We should all have something to be thankful for at dinnertime today. But a newborn bottlenose dolphin at the National Aquarium in Baltimore has more than most.
The arrival of the male calf, born at the aquarium Sept. 9, has stimulated three unrelated females in his pool to produce milk. One of the three had never been pregnant.
Evidently charmed by the playful new arrival, two of the grown females have taken over the nursing chores from his biological mother, and he has nearly doubled his 36-pound birthweight.
The marine mammals' young trainers seemed just as entranced yesterday as they watched him push an orange basketball around the pool, swimming and playing with all his foster moms.
"I'm really excited for him," said Sue Hunter, the aquarium's director of animal programs. "He's doing so well, exhibiting all the behaviors we expect to see - and some we haven't seen before."
Most of all, Hunter is excited about the unexpected lactation and nursing behavior she has seen since the lad arrived. In a search of the scientific literature, she has found only three other reports of similar behavior in captive dolphins, and none quite like this.
"We're going to try to write a scientific paper based on his birth, growth and the behavior we've been seeing," Hunter said. "It really says something about how they survive" in the wild.
The calf was born to an 8-year-old named Jade, who arrived in Baltimore in October 2006 in a breeding exchange with Sea World in Orlando, Fla. Evidently, she was pregnant when she arrived.
"We didn't know that," said Allison Ginsburg-Kimmey, the aquarium's manager of marine mammals. But the pregnancy was eventually revealed by blood hormone levels and ultrasound exams. Paternity tests have identified the calf's father as an Orlando male named Sebastian.
After the birth, the calf and Jade were placed in a pool with three females: Shiloh, a dominant female; Shiloh's daughter Chesapeake, also an experienced mom; and 5-year-old Mango, who has never been pregnant. They were separated from the aquarium's male dolphins and several other females.
In the wild, Hunter said, related females and their young travel together, while mature males tend to live apart except during mating periods. The move was also thought safest for the newborn.
"I thought it would be the best-case scenario, to give all of us the best chance for the calf to survive and thrive," she said. "He's a tiny little guy."
In July 2004, a 4-month-old female calf named Bridgit died after she was roughed up by at least two grown males.
A necropsy revealed no bruising or broken bones. But the calf was found to be suffering from an infection. Aquarium officials speculated that a combination of male bullying and poor mothering by the calf's mother may have weakened her immune system and contributed to her death.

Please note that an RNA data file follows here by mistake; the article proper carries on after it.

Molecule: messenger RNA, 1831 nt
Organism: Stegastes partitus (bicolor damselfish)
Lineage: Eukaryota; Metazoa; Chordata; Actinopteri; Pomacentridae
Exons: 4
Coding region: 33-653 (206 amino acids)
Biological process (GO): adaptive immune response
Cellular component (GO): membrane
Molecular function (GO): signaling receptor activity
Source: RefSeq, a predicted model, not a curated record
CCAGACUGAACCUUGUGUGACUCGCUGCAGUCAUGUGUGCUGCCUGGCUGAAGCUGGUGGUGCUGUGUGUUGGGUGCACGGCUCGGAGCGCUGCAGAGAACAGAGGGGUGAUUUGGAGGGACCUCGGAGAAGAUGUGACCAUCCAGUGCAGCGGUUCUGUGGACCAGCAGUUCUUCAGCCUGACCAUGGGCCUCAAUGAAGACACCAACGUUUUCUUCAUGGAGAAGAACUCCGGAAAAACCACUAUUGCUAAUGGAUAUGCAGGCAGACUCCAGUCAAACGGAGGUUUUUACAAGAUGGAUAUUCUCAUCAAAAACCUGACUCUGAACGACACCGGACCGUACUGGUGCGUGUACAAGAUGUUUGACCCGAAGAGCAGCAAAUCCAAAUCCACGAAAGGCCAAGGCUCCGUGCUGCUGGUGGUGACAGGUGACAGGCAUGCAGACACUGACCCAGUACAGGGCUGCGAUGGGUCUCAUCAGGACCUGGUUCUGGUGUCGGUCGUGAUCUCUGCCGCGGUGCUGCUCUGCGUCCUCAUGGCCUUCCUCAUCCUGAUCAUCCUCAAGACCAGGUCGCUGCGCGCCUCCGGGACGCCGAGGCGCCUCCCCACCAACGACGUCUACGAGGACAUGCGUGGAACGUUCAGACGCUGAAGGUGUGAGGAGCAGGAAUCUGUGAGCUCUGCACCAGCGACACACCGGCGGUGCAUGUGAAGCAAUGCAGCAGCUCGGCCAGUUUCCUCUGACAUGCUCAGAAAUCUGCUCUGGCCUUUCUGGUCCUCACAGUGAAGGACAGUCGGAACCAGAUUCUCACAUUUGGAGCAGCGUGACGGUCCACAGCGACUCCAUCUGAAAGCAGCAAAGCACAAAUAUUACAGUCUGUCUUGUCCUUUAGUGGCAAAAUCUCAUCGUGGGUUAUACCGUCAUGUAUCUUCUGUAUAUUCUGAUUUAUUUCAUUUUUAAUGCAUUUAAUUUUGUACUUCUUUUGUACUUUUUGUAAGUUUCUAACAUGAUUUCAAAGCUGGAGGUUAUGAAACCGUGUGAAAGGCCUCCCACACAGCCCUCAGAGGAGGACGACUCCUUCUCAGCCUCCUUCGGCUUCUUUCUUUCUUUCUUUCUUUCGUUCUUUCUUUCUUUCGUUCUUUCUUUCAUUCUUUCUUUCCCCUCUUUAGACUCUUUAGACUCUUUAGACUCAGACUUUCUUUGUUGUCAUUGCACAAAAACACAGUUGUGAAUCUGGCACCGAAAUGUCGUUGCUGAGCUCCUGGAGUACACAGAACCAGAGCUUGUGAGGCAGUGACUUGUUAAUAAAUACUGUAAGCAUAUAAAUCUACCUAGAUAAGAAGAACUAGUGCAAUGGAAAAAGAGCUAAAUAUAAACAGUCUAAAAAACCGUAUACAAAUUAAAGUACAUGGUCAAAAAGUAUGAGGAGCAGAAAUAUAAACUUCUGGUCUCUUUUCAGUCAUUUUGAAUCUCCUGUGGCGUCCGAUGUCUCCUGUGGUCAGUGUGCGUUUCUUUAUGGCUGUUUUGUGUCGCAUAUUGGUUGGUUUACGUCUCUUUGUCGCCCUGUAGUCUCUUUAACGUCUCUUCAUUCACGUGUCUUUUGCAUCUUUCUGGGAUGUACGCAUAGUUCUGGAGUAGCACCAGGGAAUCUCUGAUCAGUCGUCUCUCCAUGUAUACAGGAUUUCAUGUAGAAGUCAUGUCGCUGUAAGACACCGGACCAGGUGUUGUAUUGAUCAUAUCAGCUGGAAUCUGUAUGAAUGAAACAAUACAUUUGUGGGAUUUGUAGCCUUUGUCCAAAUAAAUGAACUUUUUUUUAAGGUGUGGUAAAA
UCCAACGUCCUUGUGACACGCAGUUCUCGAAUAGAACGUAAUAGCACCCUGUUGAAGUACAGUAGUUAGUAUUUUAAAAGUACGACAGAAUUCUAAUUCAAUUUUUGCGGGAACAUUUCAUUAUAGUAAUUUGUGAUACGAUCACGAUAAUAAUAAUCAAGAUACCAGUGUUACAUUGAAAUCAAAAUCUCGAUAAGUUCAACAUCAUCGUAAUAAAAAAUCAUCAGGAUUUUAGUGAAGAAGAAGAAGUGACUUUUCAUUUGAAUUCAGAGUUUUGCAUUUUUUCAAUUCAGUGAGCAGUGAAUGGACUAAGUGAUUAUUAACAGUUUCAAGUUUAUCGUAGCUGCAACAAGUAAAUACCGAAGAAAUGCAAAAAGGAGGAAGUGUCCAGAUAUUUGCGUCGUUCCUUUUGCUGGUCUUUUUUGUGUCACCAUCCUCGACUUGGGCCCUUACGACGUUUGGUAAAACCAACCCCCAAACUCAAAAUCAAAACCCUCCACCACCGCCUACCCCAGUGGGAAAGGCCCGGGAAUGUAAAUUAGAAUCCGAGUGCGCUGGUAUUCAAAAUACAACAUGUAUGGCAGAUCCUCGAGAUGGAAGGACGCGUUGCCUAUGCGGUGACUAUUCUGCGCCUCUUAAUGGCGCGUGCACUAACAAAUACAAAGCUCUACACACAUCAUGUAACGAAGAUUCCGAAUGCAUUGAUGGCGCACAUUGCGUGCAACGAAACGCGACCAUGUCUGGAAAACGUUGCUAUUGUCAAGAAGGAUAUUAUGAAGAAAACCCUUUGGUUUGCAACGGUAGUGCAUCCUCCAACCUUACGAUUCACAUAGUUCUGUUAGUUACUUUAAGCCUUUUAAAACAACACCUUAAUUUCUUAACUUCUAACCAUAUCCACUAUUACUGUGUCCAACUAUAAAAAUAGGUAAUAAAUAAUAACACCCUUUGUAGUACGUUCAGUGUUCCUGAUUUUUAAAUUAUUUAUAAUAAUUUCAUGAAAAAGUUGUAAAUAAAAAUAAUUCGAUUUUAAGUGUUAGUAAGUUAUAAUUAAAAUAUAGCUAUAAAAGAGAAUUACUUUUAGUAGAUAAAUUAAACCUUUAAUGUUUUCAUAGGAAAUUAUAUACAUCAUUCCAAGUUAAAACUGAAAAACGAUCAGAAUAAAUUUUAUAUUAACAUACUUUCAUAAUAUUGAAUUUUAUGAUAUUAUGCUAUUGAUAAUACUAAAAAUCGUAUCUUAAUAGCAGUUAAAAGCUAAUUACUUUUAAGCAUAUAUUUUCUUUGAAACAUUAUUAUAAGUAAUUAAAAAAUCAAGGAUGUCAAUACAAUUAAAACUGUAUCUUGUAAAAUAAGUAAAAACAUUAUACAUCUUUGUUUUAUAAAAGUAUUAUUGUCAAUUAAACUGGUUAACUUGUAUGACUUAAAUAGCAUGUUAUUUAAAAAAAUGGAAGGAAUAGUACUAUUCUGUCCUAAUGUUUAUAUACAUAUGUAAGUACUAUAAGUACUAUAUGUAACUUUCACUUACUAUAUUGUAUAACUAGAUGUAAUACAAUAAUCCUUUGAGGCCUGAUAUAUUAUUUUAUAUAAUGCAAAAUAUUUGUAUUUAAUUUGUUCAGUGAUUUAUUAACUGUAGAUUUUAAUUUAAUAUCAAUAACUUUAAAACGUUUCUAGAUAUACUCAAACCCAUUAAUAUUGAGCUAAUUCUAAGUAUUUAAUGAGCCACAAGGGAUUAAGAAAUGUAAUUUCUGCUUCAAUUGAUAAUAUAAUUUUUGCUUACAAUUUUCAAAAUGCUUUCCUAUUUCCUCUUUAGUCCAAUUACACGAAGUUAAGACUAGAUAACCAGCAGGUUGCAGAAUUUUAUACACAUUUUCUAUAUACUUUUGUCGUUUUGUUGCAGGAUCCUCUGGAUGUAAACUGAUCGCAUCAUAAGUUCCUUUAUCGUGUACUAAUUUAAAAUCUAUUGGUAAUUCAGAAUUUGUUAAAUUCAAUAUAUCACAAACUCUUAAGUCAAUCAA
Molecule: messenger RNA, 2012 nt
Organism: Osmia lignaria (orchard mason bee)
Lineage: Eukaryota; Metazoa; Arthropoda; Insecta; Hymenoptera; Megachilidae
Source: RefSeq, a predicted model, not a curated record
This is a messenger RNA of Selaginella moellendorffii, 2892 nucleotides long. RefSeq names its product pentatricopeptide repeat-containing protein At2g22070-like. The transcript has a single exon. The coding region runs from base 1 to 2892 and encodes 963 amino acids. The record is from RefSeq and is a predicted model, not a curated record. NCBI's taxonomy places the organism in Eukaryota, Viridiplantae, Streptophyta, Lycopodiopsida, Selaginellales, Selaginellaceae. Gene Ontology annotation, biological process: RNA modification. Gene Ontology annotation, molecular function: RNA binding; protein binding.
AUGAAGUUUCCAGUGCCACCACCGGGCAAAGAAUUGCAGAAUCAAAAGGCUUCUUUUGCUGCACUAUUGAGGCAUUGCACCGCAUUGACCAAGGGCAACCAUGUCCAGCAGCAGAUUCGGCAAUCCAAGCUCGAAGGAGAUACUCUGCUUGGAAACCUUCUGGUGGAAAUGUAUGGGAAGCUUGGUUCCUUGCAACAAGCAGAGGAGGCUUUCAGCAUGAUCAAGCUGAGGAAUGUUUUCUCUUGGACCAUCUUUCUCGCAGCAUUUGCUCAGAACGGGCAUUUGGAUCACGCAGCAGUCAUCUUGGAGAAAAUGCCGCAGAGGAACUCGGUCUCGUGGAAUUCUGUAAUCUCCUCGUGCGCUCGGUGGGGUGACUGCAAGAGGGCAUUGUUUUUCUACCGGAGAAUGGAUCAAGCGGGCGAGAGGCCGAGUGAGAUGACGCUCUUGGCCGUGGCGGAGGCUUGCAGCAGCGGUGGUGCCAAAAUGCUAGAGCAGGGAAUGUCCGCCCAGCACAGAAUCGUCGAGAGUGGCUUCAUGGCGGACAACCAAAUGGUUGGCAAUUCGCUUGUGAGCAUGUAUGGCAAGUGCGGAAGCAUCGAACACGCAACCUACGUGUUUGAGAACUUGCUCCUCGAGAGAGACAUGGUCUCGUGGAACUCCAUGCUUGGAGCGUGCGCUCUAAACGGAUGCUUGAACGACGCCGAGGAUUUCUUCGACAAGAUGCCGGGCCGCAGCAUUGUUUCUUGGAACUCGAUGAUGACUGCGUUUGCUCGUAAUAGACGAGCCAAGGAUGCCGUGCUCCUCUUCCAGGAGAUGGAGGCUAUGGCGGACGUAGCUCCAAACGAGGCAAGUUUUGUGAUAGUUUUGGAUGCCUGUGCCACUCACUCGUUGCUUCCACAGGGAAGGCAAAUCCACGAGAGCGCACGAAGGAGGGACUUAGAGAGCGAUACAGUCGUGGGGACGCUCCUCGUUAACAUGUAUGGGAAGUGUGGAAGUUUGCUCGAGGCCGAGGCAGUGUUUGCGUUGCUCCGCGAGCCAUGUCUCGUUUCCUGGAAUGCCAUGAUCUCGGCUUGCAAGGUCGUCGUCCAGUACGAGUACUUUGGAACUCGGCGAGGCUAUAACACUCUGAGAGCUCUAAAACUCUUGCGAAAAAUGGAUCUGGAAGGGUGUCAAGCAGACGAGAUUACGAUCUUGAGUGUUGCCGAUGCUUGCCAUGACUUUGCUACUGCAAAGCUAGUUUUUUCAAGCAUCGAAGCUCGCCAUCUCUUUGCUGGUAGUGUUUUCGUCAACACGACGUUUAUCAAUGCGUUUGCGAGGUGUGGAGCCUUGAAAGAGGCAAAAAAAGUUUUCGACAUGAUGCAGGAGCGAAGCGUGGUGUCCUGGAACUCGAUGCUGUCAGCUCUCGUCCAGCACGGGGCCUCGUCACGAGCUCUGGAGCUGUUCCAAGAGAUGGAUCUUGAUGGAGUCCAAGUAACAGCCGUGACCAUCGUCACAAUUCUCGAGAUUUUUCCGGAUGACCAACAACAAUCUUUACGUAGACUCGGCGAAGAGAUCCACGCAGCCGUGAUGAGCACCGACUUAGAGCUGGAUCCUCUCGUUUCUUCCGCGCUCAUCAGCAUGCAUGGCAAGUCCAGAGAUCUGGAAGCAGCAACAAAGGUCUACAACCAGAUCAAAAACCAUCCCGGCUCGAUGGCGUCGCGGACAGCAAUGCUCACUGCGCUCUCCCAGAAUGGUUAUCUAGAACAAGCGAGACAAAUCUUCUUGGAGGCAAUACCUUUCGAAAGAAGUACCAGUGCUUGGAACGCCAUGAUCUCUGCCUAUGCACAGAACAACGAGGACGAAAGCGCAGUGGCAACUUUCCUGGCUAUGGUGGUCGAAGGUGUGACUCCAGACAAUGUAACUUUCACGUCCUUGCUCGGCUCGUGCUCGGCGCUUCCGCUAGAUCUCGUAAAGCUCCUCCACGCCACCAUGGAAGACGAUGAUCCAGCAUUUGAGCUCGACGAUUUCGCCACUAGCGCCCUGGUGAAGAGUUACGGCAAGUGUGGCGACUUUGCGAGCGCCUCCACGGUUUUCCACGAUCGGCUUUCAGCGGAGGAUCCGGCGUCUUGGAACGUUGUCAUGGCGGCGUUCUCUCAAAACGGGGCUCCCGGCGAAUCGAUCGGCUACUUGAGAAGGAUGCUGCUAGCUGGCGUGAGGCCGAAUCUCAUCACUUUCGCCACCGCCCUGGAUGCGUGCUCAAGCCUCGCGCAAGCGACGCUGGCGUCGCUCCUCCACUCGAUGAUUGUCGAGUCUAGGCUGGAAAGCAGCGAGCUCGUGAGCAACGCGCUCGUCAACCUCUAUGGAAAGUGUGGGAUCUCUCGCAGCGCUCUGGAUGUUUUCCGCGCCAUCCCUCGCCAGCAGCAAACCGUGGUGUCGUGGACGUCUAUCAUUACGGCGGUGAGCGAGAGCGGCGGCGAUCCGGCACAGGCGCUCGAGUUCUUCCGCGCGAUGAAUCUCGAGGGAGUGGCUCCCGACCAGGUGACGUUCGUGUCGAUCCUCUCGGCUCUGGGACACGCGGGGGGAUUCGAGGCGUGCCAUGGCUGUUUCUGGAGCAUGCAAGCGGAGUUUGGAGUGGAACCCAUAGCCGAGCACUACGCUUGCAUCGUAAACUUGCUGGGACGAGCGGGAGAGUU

Dr. Joseph R. Geraci, the aquarium's senior director of biological programs at the time, vowed that after any future births, he would separate males from newborns and nursing females.
Almost immediately after the latest calf's birth, his inexperienced mom ceded her nursing duties to Shiloh, the dominant female of the group and an experienced mother. She quickly began what biologists call "relactation," which is milk production by a female who had previously been pregnant, but has now been dry for an extended period.
Soon, Shiloh's daughter Chesapeake, also an experienced mother, began producing milk and sharing some nursing duties. And Mango began "spontaneous lactation" despite never having been pregnant.
Jade's efforts at nursing, meanwhile, became half-hearted. Observers noticed that her mammary glands began to shrink, and signs of milk disappeared. She remained curious and interested in her baby, however, and in recent weeks has begun to play with him.
Shiloh does most of the nursing, and controls when the others can participate. But for a while there, Hunter said, "we had four milking mothers in here for him to choose from. It was pretty cool."
Both relactation and spontaneous lactation have been observed in other mammals, including horses, sheep, cows, goats and even humans, Hunter said. In 1975, a doctor reported relactation in a 55-year-old woman. She successfully nursed her orphaned grandchild 32 years after she last gave birth.
But only a few cases have been reported in captive bottlenose dolphins.
In 1995, scientists reported that two dolphins - both experienced mothers - began lactating a week after two orphaned calves were placed with them. Tests of their milk found that the fat content rose to normal levels.
A 1996 paper described a 5-year-old bottlenose that began lactating when another female in the enclosure gave birth, but the mother nursed her own infant.
No one is certain how this occurs - whether it is hormones in the water or simply a physiological reponse to the presence of an infant.
"It is of course survival of the species," Hunter said. If a newborn has several related females to nourish him, he is more likely to survive his mother's absence during hunting forays, or in the event of injury or death.
"The other reason is preservation of matrilineal lines" in a species where that is the core of social organization, she said. "Shiloh is allowing a related female to help raise this calf, even though the calf is not hers."
And for that he can be thankful.